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Celebrities take them to show off their lavish lifestyles and normal people use them to document their movements on social media sites.
But experts have linked selfies with mental illness and have suggested that people regularly searching for the perfect angle from which to portray themselves could in some cases be ill.
One leading psychiatrist said the majority of patients he sees with Body Dysmorphic Disorder take a lot of selfies.
Obsessed with selfies? Experts have linked selfies with mental illness and have suggested that people regularly searching for the perfect angle could in some cases be suffering from a confidence-related mental health condition
Dr David Veale, a consultant psychiatrist in cognitive behaviour therapy at the South London and Maudsley NHS Trust and The Priory Hospital, told The Sunday Mirror: ‘Two out of three of all the patients who come to see me with Body Dysmorphic Disorder (BDD) since the rise of camera phones have a compulsion to repeatedly take and post selfies on social media sites.’
He told MailOnline: ‘Taking Selfies is not an addiction - it’s a symptom of Body Dysmorphic Disorder that involves checking one’s appearance.’
Cognitive behavioural therapy is used to help patients moderate their behaviour.
Selfie fans with BDD can spend hours trying to take pictures that do not show any defects or flaws in their appearance, which they are very aware of but which might be unnoticeable to others.
Often, people who take selfies take several photographs until they find their best angle or pose, but picking out small details can make people very self-conscious about the tiniest of ‘flaws’.
In one extreme case, a British teenager Danny Bowman tried to commit suicide because he was unsatisfied with his appearance in the selfies he took.
He was so desperate to attract girls, he spent 10 hours a day taking more than 200 selfies trying to find the perfect image, but his habit, which began at the age of 15, caused him to drop out of school and lose almost two stone in weight.
He did not leave his house in Newcastle upon Tyne for six months, and when he failed to take a flawless shot, he tried to kill himself by taking an overdose.
Luckily, his mother, Penny, managed to save him, but he was forced to seek help after his habit had spiralled out of control.
He told the Sunday Mirror: 'I was constantly in search of taking the perfect selfie and when I realised I couldn’t I wanted to die.
‘I lost my friends, my education, my health and almost my life. The only thing I cared about was having my phone with me so I could satisfy the urge to capture a picture of myself at any time of the day.'
WHAT IS BODY DYSMORPHIC DISORDER?
BDD is characterised by a preoccupation with one or more perceived flaws in appearance, which are unnoticeable to others, according to the BDD Foundation.
As well as the excessive self-consciousness, individuals with BDD often feel defined by their flaw.
They often experience an image of their perceived defect associated with memories, emotions and bodily sensations – as if seeing the flaw through the eyes of an onlooker, even though what they ‘see’ may be very different to their appearance observed by others.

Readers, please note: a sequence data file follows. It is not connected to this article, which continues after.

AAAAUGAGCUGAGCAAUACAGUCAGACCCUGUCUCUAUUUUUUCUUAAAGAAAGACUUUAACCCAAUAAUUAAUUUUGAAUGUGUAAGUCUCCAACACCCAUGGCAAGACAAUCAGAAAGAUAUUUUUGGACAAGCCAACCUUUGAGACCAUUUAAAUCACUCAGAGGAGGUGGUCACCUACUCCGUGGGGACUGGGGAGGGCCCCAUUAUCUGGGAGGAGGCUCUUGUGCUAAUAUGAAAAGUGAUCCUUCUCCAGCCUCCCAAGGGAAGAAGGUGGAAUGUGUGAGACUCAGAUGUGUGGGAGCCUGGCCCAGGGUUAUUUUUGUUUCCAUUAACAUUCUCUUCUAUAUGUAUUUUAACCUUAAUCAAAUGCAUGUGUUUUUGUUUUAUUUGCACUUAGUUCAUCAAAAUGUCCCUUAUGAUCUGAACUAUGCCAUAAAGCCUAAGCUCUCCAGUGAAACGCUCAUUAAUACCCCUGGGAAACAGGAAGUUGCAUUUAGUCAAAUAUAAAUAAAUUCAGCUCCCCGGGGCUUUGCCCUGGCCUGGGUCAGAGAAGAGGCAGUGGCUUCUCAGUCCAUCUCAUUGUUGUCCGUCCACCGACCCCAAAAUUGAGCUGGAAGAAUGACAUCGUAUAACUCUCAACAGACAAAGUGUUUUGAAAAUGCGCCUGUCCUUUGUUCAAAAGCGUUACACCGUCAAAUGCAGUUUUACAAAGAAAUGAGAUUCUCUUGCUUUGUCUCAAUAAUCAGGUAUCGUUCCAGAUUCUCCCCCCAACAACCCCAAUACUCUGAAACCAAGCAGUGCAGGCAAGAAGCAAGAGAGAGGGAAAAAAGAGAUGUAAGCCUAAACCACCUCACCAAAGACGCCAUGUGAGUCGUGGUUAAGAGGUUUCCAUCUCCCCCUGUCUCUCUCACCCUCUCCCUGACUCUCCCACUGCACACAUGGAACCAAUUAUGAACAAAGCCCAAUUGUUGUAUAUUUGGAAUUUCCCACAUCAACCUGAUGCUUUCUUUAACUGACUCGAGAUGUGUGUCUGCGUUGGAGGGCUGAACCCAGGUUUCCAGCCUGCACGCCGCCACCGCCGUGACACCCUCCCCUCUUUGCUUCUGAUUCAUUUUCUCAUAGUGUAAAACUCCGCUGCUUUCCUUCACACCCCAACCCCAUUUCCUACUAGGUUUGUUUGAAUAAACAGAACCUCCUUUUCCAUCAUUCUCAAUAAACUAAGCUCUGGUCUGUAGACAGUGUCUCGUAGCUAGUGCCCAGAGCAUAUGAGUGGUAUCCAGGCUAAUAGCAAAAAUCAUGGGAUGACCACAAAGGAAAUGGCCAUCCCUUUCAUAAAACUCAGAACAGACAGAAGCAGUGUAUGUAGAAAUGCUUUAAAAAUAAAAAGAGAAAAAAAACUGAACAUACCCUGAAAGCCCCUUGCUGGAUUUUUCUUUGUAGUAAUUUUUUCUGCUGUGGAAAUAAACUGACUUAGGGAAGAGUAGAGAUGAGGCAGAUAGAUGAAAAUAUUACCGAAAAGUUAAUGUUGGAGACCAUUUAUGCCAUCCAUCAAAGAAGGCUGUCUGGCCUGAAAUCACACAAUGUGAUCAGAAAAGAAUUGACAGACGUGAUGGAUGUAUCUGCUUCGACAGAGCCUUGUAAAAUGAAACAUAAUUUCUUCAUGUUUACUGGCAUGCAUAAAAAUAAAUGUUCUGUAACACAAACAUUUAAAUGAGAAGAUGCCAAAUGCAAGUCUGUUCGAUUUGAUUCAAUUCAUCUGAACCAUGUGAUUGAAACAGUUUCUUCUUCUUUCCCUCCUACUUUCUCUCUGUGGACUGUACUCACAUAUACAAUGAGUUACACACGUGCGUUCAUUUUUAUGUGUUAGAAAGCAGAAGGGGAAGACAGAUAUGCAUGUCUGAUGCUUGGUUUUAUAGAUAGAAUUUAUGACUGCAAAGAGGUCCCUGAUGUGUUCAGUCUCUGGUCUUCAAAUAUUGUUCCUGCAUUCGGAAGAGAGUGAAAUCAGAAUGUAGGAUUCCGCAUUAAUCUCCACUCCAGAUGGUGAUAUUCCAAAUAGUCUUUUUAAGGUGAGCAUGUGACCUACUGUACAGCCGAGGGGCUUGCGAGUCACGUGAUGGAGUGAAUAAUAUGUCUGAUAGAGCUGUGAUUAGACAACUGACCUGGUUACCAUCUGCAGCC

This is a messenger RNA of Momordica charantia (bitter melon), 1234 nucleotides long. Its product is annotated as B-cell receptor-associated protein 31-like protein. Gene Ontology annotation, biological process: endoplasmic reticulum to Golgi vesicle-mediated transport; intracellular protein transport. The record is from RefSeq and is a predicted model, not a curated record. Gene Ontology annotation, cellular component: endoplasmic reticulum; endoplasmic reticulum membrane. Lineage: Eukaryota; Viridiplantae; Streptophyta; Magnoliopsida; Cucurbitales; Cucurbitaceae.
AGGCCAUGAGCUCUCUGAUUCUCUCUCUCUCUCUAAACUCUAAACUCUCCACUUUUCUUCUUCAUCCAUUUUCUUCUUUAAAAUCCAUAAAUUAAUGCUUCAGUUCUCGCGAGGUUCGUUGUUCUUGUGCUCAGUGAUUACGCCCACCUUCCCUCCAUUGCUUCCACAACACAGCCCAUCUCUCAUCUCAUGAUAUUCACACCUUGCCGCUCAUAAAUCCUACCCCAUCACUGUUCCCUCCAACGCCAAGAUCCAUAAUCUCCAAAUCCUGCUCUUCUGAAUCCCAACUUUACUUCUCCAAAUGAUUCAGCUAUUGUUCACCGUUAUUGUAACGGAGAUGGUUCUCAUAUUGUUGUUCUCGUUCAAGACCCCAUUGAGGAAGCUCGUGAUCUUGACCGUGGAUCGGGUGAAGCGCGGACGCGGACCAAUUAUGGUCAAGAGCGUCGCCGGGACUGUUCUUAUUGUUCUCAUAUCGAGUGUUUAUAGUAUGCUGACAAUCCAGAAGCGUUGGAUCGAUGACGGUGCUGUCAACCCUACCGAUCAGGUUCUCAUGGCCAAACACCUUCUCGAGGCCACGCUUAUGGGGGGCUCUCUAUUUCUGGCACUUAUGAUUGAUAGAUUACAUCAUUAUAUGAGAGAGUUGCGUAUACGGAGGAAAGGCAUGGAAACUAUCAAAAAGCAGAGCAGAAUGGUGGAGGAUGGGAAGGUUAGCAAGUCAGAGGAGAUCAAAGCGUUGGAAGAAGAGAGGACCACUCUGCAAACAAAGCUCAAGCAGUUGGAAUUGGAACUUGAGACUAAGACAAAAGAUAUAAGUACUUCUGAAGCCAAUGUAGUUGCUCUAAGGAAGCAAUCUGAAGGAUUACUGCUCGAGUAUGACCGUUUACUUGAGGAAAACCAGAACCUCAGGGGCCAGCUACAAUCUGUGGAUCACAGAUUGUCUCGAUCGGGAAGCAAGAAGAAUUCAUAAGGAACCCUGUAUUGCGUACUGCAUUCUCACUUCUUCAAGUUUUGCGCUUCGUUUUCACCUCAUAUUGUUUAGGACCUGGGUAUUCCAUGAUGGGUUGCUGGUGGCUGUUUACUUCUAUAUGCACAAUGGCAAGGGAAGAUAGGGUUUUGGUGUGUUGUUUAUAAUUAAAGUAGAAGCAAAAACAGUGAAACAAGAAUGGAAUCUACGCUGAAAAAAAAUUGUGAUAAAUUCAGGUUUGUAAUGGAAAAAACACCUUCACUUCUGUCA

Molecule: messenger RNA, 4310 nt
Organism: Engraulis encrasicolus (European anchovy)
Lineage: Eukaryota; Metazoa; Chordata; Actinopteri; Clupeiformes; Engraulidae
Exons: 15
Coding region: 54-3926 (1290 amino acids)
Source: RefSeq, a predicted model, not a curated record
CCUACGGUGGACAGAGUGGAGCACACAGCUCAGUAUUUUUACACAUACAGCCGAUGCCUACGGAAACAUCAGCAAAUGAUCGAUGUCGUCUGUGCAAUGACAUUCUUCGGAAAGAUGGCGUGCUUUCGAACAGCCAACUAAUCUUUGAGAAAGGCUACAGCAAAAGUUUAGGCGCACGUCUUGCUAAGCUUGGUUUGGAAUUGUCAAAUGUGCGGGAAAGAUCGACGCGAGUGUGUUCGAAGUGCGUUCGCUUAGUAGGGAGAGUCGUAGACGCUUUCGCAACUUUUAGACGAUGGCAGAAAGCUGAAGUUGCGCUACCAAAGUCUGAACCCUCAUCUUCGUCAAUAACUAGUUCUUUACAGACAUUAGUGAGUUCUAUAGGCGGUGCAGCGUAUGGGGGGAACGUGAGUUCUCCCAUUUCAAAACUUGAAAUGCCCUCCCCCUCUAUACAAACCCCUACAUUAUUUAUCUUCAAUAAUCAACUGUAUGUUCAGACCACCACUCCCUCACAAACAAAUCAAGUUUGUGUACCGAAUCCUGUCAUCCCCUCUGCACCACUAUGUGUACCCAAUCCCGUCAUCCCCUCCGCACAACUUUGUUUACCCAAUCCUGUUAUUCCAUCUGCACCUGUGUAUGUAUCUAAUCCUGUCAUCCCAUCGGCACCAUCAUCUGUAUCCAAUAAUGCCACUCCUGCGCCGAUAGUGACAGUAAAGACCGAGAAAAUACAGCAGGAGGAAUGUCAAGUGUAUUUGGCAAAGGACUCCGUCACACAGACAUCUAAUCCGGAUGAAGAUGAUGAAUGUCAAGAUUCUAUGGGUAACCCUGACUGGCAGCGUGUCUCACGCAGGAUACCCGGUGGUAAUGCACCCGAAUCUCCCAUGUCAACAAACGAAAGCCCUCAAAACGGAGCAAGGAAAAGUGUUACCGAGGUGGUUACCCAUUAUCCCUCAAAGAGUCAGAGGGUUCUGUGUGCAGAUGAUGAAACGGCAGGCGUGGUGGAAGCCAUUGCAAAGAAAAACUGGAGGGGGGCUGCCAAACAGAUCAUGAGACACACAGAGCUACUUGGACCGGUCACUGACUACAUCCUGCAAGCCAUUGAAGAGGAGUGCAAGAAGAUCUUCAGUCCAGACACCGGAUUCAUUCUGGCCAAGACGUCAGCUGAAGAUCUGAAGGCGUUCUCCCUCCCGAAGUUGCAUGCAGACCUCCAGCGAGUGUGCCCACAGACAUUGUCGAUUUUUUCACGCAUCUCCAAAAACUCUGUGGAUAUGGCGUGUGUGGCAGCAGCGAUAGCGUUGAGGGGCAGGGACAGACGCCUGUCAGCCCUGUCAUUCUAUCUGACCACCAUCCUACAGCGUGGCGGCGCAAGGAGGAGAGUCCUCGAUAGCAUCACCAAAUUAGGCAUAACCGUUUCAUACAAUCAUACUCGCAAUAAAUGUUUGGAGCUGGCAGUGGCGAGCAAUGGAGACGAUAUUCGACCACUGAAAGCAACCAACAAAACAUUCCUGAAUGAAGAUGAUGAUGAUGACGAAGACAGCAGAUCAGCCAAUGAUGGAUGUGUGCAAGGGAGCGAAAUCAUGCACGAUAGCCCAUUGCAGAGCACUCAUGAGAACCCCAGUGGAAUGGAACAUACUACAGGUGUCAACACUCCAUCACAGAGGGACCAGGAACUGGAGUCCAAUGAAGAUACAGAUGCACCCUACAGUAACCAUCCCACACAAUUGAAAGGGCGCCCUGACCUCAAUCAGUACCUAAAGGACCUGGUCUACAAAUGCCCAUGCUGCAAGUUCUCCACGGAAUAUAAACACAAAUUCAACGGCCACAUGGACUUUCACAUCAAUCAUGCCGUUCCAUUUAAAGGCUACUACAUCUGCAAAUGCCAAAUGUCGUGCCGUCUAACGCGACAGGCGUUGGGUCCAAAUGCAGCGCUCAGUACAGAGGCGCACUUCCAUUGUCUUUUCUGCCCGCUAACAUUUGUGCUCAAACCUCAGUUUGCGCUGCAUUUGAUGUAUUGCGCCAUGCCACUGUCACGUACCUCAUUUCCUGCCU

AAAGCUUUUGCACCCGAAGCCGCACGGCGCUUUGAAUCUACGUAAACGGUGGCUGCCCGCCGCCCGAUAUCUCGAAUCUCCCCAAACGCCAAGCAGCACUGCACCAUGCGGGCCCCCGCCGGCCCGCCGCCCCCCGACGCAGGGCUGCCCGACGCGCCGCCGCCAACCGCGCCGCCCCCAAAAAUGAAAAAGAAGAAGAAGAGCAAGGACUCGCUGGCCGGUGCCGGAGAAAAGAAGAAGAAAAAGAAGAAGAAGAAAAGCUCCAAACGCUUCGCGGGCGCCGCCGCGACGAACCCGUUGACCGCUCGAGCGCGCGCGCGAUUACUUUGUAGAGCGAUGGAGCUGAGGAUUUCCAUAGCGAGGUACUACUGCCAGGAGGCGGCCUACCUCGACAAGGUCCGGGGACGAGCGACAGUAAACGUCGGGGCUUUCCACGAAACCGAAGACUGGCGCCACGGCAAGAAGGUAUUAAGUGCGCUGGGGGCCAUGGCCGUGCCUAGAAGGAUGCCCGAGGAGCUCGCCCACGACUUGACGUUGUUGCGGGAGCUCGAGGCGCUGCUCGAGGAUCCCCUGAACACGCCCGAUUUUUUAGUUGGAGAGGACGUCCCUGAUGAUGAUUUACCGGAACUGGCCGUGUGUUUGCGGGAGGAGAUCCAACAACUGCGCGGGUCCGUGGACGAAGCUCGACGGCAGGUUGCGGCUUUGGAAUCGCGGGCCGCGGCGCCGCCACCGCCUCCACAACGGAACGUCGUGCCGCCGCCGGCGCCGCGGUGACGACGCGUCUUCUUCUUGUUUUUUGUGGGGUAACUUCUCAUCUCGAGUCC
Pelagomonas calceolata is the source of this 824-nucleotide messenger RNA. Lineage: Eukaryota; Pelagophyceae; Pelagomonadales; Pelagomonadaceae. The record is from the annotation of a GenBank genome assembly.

Sufferers tend repeatedly to check on how bad their flaw is - for example in mirrors and reflective surfaces - attempt to camouflage or alter the perceived defect and avoid public or social situations or triggers that increase distress.
People with BDD can find themselves housebound or seek out needless cosmetic surgery. They are also at an increased risk of suicide.
In an article for Psychology Today, Dr Pamela Rutledge, Director of the Media Psychology Research Centre in Boston Massachusetts, said: ‘Selfies frequently trigger perceptions of self-indulgence or attention seeking social dependence that raises the damned-if-you-do and damned-if-you-don’t spectre of either narcissism or very low self-esteem.'
‘Preoccupation with selfies can be a visible indicator of a young person with a lack of confidence or sense of self that might make him or her a victim of other problems as well.’
She believes that excessive or provocative taking of selfies is a form of ‘acting out’ in young people and can be a cry for help.
One doctor in Thailand believes that as more people take selfies regularly, an increasing number of individuals could have confidence-related mental health issues in the future.
Panpimol Wipulakorn, of the Thai Mental Health Department told Collective Evolution: ‘To pay close attention to published photos, controlling who sees or who likes or comments them, hoping to reach the greatest number of likes is a symptom that “selfies” are causing problems.’
However, Dr Veale told MailOnline that taking selfies is 'just different from checking in a mirror or another reflective surface such as the back of a CD,' and selfies will not lead to an increasing number of people with BDD
Read more: http://www.dailymail.co.uk/sciencetech/article-2601606/Take-lot-selfies-Then-MENTALLY-ILL-Two-thirds-patients-body-image-disorders-obsessively-photos-themselves.html#ixzz3AtFvc1bZ
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